“Home” is hopeful and optimistic whilst the latter revealed a slightly darker side to the band. Whatever they turn their hand to though, this German four-piece know how to make music that will get you dancing!

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The TVD Storefront

M3-fer: Sebastian Bach, Lita Ford, Tesla’s Brian Wheat–The TVD M3 Rock Festival Interview

The frost is gone (well, mostly), the warm weather is coming, and with it comes another season of outdoor music festivals and amphitheater shows. As if wagging a defiant middle finger at the Fireflys and Coachellas, the annual M3 Rock Festival at Merriweather Post Pavilion in Columbia, MD has become the late Spring celebration of the hair metal glory days of the ’80s.

Now in its 6th year, the M3 Rock Festival will feature two days of music on two stages, with artists such as Tesla, Kix, Lita Ford, Night Ranger, Extreme, Stryper among others.

We had a chance to talk to 3 M3 artists in the week leading up to M3—Brian Wheat of Tesla, Lita Ford, and Sebastian Bach. We got their take on M3, vinyl, and quite a bit more.

Tell us what you’ve been up to lately.

BRIAN WHEAT, TESLA: Well, we’ve been making a new album—we just finished a new album called Simplicity which comes out June 10th on our own label. It will be out on vinyl as well!

LITA FORD: Well, lately I’ve been writing my book. I’ve taken a little bit of downtime just to focus on the book. We’ll go out and do some shows, then I come back and work on the book. We’re almost ready to turn it in to Harper Collins, and it should be out soon! Pretty gnarly stuff. I let it fly.

SEBASTIAN BACH: I’ve got a new album, called Give ‘Em Hell, that comes out April 22nd. I’ve got a new video called “Temptation,” with John 5 and Duff McKagan in it, and they’re also in my band on the record. Also, Steve Stevens from Billy Idol’s band, and Bobby Jarzombek is the drummer. I have a new TV show called Sing Your Face Off on ABC TV that’s premiering on May 31st at 9pm. I also have a book deal with Harper Collins…I’m working on my book. I’ve got about sixty or seventy concerts this summer to do, so that’s what I’ve been up to.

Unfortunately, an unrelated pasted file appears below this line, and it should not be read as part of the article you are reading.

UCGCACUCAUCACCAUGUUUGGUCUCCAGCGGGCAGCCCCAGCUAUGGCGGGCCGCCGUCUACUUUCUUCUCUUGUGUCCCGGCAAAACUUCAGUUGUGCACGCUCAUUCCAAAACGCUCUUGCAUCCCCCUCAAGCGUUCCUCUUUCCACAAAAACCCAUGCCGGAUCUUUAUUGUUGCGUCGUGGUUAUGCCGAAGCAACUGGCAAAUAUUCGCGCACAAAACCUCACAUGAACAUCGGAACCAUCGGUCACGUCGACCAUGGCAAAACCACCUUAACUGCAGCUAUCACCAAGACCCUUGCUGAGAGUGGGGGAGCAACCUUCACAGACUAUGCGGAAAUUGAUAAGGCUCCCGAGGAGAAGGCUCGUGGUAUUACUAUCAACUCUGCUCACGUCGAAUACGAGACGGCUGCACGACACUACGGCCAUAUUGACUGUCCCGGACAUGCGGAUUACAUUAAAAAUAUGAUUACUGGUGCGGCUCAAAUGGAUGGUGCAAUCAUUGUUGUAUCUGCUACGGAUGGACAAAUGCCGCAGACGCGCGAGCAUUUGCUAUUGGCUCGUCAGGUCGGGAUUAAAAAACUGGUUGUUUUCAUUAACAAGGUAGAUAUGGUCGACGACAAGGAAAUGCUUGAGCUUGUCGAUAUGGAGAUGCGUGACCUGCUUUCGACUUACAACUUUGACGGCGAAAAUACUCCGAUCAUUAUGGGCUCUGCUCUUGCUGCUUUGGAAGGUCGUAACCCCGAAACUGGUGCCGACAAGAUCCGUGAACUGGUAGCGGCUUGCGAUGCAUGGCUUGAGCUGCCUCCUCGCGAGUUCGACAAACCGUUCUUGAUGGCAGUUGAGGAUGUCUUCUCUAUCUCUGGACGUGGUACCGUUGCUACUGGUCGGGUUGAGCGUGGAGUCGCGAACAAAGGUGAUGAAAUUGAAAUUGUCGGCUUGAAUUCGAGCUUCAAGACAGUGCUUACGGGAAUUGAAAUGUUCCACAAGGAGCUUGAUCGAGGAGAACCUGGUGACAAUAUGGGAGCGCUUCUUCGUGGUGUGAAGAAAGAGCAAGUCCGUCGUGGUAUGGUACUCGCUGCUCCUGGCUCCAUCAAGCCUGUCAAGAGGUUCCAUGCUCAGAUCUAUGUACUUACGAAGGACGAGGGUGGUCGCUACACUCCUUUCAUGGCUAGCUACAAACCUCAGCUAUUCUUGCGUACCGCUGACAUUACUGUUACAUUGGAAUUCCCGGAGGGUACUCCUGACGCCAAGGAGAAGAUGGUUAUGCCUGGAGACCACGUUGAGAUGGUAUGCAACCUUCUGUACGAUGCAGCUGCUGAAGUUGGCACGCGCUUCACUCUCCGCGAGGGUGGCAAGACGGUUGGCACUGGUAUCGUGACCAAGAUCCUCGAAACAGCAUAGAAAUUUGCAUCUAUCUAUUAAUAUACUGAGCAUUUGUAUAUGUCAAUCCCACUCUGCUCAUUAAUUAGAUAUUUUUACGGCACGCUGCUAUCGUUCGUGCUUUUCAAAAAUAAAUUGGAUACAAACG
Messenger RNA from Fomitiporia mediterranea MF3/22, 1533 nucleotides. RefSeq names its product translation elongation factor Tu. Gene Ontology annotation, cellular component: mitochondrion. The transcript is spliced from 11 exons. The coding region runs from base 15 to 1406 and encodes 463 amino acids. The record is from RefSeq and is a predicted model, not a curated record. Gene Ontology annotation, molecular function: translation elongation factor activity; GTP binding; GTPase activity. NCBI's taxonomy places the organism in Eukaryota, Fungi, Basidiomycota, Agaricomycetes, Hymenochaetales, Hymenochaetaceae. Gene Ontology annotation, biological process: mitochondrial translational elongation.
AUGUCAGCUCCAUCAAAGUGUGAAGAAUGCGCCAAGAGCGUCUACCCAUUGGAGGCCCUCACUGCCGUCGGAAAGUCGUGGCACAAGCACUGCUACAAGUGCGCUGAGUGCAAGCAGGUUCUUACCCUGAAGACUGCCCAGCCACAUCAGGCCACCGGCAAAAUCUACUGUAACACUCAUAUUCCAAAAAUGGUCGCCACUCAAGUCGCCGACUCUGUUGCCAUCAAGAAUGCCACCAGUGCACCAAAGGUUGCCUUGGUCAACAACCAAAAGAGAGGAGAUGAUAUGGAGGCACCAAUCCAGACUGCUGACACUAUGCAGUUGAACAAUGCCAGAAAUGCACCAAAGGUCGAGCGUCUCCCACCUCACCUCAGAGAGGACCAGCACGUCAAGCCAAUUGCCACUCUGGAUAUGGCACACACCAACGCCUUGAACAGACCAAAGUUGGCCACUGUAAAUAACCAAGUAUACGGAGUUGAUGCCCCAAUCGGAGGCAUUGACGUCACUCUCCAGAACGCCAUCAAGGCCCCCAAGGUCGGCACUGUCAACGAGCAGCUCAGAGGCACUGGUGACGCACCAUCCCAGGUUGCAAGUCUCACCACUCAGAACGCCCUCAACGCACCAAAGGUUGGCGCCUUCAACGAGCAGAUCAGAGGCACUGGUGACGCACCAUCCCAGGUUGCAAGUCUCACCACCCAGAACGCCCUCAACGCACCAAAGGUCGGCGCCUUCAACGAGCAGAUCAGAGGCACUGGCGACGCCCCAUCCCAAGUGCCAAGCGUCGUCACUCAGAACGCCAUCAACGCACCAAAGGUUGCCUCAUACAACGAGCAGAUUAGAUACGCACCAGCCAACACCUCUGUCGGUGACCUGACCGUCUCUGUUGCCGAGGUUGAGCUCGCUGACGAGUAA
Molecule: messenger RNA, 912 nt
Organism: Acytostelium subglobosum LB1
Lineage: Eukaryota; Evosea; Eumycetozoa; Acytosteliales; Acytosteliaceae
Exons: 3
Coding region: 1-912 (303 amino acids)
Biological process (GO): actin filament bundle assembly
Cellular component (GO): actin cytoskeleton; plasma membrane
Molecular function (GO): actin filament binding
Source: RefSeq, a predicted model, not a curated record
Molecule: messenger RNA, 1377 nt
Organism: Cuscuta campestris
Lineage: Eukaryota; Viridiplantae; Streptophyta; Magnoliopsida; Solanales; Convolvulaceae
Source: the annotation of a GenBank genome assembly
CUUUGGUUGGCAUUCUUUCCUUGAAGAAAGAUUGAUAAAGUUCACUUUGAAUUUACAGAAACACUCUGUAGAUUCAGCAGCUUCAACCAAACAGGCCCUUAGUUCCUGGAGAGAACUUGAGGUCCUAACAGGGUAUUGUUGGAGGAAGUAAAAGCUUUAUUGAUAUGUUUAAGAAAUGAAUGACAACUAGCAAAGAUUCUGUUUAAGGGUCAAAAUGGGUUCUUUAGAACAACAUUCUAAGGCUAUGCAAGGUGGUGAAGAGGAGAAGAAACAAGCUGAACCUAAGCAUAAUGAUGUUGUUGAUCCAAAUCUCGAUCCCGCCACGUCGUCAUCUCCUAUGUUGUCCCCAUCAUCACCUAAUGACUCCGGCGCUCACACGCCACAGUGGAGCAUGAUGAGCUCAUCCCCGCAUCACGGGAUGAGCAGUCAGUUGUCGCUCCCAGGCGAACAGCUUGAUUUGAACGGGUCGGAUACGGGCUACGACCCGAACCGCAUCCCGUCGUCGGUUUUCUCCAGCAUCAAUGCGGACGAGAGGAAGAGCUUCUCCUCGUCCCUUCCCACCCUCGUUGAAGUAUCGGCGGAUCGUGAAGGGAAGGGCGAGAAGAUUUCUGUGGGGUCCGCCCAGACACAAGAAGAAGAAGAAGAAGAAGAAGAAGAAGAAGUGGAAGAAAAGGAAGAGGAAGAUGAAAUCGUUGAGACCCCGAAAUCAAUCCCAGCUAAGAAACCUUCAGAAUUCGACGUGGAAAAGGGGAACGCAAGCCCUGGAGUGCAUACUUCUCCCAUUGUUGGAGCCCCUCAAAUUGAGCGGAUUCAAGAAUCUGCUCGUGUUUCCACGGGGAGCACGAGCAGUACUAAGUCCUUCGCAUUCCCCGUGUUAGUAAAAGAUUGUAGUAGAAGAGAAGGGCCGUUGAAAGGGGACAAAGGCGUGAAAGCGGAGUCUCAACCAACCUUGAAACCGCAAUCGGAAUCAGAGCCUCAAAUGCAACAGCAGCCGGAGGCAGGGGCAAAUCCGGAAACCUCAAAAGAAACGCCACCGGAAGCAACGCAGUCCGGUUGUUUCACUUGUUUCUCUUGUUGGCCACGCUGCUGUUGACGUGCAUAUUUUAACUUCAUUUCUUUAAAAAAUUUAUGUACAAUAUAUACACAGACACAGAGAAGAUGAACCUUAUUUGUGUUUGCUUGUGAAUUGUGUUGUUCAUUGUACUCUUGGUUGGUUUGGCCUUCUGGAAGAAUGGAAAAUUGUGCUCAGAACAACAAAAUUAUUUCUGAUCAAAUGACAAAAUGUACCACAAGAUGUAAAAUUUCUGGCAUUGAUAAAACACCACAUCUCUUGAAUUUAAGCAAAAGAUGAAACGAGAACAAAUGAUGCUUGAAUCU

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TVD Washington, DC

TVD Ticket Giveaway: M3 Rock Festival at Merriweather Post Pavilion, 4/25-26

It’s almost that time of year again when music festivals roll into town, bringing bands and music lovers of all genres together for a day or weekend full of music, booze, and possible leg cramping.

These fun-filled weekends come in a variety of sizes and genres. The nationwide Vans Warped Tour is basically a traveling concert, hitting up numerous cities in a span of 50+ days. On the west coast, there’s indie, grunge-rock Coachella and SXSW. On the east coast, there’s the CMJ Music Festival for up-and-coming artists, and the hard-rock and metal M3 Rock Festival.

This year, the M3 Rock Festival celebrates its sixth year of bringing metalheads together for one big hurrah at the Merriweather Post Pavilion. Though tickets went on sale last month, if you still haven’t gotten yours, have no worries! We’re giving away two-day lawn passes each month leading up to the festival.

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The TVD Storefront

Graded on a Curve:
The Pink Fairies,
Finland Freakout 1971

The Pink Fairies made one of the most monstrous rackets in human history. Theirs was a sound more barbaric than the Battle for Stalingrad, more hammering than 40,000 jackhammers going at once, and fuzzier than my Aunt Edna’s chin. Drummer Russell Hunter made as big a thumping noise as the giant crushing machine—run by a grotesquely fat man named Tiny—back at the Littlestown Foundry, guitarist Paul Rudolph played all fuzz and nothing but the fuzz, and Duncan Sanderson once nearly swamped the tiny Principality of Liechtenstein (which is double-landlocked) by creating a tidal wave with his brutal booming boot-stomp of a bass.

In short, Ladbroke Grove’s finest were fucking fantastic, mayhem-makers and the kind of fun-loving Radico-Freeks who promoted anarchy, drugs, and free music for all. And who played songs with titles like “Uncle Harry’s Last Freakout” that went on forever, frazzling your eardrums and shivering your timbers with their feral, in-your-face druggy din. If you live for fuzz and feedback the way I do, The Pink Fairies are Mecca, because they didn’t make them part of their musical palate—they were the band’s entire musical palate. Making a big freaky-deaky hullaballoo was all the Pink Fairies knew how to do.

For the reasons cited above you will rarely find an album with a more appropriate title than Finland Freakout 1971. Recorded at the Ruisrock Festival in Turku, Finland—which, as we all learned in elementary school, was the site of the Åbo Bloodbath in the aftermath of the War against Sigismund—this was a typical Pink Fairies show, only FASTER, because pre-gig a Canned Heat roadie turned the Fairies onto enough speed to keep a kindergarten class wide awake and drawing perfect crayon circles within circles within circles for a full year.